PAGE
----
Multicenter treat-to-target cost-effectiveness evaluation of HMG-CoA reductase inhibitor monotherapy

B. Daniel Lucas, Cynthia A. Sanoski, Matthew K. Ito, Martha A. Aldrige, Judy W M Cheng, Daniel E. Hilleman

Research output: Contribution to journalArticle

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Abstract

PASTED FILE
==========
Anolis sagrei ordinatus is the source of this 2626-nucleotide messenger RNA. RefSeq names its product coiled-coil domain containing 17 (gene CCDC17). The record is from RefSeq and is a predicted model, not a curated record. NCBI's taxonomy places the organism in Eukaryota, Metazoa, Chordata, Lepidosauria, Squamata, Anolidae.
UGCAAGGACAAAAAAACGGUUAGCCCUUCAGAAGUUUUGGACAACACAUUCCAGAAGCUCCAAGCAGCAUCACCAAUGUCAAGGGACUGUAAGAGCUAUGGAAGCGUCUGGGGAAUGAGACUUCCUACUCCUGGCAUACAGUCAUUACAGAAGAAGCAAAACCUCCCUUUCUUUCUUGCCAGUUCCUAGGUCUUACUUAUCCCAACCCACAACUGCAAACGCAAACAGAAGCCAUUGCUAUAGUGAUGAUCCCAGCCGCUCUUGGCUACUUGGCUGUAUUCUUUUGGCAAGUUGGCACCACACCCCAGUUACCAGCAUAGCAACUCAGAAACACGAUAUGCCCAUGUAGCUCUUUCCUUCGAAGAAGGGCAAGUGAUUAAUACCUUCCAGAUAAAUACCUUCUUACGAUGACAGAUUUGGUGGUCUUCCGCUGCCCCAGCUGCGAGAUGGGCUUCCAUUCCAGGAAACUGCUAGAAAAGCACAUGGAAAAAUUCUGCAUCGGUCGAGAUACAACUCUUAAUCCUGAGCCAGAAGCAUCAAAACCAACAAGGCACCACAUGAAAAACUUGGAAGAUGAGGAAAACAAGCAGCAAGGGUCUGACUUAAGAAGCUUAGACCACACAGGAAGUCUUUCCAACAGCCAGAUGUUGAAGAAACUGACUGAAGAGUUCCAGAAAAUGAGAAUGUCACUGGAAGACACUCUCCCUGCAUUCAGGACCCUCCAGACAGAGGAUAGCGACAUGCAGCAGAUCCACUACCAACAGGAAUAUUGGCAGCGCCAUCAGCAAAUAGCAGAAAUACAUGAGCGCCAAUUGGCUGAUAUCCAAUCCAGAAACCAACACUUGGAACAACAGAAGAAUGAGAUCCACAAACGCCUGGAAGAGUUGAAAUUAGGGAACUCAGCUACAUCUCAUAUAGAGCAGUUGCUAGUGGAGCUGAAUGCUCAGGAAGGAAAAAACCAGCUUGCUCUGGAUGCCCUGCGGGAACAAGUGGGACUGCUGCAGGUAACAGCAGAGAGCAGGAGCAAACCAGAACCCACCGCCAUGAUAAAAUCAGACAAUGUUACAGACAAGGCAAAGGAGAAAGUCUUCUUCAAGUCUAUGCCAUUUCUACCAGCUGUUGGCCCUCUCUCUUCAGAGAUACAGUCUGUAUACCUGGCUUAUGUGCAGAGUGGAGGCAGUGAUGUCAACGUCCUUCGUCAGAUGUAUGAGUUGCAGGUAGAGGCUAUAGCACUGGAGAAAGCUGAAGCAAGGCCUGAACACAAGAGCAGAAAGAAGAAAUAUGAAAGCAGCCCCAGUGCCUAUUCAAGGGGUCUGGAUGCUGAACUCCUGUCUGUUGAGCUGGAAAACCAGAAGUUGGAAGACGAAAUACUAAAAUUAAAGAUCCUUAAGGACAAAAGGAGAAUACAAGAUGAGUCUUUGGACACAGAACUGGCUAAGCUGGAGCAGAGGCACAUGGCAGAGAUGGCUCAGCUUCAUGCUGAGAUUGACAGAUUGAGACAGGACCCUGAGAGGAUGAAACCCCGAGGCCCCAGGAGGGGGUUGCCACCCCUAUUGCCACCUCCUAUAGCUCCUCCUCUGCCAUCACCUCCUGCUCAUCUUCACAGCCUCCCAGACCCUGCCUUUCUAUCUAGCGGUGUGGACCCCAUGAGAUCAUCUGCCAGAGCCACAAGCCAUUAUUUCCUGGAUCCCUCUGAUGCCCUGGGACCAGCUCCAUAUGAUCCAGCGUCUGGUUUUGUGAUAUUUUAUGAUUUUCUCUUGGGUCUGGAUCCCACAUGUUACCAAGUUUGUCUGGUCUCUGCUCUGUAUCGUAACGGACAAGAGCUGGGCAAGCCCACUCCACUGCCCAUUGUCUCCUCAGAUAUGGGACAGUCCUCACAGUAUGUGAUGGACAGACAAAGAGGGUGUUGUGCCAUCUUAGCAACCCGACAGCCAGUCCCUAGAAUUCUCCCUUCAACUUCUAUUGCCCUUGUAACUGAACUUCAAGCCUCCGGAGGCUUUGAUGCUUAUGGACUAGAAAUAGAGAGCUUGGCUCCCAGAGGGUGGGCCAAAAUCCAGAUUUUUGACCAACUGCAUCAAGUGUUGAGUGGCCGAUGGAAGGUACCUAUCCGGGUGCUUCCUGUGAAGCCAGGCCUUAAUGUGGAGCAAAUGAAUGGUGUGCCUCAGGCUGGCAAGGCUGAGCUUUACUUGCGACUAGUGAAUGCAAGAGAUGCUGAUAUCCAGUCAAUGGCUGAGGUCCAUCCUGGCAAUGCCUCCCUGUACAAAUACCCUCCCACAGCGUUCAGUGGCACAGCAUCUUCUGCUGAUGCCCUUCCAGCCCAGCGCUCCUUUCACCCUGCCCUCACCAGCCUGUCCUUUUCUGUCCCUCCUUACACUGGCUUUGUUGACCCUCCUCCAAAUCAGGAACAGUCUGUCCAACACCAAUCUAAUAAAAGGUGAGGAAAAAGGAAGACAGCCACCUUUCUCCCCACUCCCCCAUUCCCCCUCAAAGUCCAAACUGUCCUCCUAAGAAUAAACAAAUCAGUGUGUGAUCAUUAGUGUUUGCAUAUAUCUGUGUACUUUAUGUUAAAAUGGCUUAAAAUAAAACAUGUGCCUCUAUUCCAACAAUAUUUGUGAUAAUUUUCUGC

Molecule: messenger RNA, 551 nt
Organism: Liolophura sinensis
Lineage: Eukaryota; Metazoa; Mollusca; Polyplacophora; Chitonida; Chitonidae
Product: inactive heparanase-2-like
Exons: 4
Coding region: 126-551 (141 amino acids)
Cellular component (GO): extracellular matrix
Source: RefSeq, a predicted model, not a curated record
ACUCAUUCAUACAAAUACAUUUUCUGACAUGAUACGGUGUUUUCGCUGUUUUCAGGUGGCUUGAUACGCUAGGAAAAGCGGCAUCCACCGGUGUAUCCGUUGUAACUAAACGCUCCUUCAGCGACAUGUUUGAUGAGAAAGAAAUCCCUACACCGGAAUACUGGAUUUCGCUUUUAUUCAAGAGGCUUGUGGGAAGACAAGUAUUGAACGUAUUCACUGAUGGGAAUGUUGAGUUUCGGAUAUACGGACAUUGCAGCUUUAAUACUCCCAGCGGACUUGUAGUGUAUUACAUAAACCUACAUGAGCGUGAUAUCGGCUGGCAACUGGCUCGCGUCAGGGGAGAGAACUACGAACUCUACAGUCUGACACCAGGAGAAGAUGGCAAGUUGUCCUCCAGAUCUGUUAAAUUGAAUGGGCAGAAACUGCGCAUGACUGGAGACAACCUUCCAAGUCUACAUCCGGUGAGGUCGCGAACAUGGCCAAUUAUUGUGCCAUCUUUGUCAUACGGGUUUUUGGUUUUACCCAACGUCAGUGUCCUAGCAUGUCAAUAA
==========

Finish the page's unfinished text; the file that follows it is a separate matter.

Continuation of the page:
Purpose: HMG-CoA reductase inhibitors have become the drugs of choice for hypercholesterolemia, demonstrating a favorable side effect profile, ease of administration, and reduction of cardiovascular mortality in both primary and secondary prevention trials. Use of these agents has been suboptimal, however, possibly due to their cost. The objective of this study was to evaluate the cost-effectiveness of the five commercially available HMG-CoA reductase inhibitors in a large population of hypercholesterolemic patients using a population-based treat-to-target analysis. Methods: Cardiac risk factors (CRFs) and lipid panels were collected for drug-naïve patients from five different regions of the United States. Risk stratification using CRFs was performed, and LDLcholesterol (LDL-C) was based on national guidelines. Using meta-analysis to derive LDL-C lowering efficacy, each agent was modeled to achieve NCEP goals. Costing methodology was done using a third-party payer perspective. Drug costs were extracted from Medi-span, and clinic costs were based on CPT codes for office visits and lipid panels. Results: Data were obtained for 5436 patients: high-risk (coronary artery disease [CAD]; n=1773), moderate-risk (no CAD and more than 2 CRFs; n=1318), and low-risk patients (no CAD and fewer than 2 CRFs; n=2345). High-risk, moderate-risk, and low-risk patients achieving LDL-C target with the primary agent, respectively, were: atorvastatin 100%, 100%, 100%; fluvastatin 4%, 74%, 100%; lovastatin 25%, 100%, 100%; pravastatin 25%, 95%, 100%; and simvastatin 89%, 100%, 100%. Yearly US dollar cost per patient to treat to goal LDL-C are shown in the table below: Conclusions: The most cost-effective approach to treating a population with varying degrees of coronary heart disease risk is to individualize statin selection based on the expected LDL-C percentage required to achieve NCEP target. This approach would indicate that low-risk patients can be treated with fluvastatin and moderate-risk and high-risk patients with atorvastatin or fluvastatin. Notably, atorvastatin was the only agent achieving NCEP goals in patients in all risk groups.